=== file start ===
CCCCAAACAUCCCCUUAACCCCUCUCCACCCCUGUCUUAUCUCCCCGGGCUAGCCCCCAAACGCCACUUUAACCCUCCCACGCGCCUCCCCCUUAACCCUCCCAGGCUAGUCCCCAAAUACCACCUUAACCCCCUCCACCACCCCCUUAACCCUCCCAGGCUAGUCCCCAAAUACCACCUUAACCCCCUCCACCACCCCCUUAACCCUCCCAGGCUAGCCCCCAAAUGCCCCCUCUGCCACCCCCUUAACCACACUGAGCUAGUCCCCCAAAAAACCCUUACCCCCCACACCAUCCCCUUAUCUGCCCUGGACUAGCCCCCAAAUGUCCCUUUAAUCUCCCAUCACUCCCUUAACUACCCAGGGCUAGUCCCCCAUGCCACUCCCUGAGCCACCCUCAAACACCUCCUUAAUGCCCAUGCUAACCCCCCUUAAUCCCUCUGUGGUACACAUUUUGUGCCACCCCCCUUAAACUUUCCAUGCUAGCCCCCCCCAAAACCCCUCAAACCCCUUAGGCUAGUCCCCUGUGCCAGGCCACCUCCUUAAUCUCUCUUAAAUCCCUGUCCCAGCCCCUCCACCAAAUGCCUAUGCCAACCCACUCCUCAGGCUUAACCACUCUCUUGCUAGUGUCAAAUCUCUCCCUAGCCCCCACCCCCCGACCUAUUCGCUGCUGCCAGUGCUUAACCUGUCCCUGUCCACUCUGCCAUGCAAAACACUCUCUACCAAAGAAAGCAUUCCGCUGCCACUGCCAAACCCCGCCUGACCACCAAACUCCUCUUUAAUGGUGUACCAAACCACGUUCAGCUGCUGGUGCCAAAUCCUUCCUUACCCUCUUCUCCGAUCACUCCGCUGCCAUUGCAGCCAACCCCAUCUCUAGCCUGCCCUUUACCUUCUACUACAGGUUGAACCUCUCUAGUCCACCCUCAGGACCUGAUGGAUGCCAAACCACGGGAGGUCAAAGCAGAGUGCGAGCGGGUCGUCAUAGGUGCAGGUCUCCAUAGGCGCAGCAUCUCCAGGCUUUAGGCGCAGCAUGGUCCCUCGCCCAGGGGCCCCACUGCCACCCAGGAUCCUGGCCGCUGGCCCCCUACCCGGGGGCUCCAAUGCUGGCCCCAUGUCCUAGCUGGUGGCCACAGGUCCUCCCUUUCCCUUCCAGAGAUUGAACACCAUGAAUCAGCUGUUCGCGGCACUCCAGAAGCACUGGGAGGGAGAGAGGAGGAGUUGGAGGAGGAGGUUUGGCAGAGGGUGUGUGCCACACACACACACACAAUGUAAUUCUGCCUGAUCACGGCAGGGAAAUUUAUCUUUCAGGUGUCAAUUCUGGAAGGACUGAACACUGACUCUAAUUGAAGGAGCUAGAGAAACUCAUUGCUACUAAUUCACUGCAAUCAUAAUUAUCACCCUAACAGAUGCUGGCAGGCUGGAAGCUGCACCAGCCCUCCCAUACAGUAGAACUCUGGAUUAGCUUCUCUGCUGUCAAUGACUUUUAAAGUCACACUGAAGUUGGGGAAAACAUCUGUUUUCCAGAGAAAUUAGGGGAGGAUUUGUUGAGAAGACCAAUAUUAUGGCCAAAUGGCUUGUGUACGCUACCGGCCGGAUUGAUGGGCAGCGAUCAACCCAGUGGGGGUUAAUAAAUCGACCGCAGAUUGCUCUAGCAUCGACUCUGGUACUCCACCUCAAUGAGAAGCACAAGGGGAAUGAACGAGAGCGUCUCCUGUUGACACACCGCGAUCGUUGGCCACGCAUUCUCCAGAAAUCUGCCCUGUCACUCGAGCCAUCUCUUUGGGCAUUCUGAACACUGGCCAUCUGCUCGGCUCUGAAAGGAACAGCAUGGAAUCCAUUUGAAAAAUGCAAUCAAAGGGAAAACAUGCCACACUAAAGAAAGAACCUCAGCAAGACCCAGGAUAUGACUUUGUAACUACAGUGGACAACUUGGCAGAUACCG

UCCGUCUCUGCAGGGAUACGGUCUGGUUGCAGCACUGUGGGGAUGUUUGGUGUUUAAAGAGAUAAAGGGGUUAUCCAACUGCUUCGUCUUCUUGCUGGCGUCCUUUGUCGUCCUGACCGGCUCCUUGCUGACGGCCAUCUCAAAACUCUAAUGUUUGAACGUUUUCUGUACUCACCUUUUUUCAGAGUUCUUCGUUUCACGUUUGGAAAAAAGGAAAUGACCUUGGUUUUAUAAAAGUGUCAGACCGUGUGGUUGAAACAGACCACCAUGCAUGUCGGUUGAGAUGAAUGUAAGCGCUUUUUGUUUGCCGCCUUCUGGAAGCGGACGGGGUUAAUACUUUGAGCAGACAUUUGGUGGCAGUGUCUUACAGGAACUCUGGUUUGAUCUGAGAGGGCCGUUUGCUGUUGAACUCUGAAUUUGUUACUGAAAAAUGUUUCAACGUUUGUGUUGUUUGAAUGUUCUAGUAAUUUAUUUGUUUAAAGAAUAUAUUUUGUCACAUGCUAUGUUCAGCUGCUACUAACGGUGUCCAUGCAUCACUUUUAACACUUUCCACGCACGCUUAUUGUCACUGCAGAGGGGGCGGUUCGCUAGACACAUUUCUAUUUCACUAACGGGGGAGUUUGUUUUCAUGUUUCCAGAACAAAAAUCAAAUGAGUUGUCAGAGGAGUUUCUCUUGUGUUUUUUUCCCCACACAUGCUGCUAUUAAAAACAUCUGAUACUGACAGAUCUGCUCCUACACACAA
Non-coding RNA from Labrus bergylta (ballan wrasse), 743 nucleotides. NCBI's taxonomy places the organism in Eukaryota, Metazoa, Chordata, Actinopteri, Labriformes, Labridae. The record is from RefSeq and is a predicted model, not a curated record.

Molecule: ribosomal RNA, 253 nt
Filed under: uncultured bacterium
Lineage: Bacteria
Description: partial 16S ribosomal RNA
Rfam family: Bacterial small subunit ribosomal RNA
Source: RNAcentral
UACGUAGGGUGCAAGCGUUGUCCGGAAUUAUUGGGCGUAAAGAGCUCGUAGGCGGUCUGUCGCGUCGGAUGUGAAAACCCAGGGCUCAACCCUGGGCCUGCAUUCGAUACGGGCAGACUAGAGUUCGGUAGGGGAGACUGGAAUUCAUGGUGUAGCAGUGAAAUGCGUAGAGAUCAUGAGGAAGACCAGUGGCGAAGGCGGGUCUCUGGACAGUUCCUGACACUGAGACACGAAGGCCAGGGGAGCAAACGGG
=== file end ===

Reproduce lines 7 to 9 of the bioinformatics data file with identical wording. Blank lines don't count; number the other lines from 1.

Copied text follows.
Description: partial 16S ribosomal RNA
Rfam family: Bacterial small subunit ribosomal RNA
Source: RNAcentral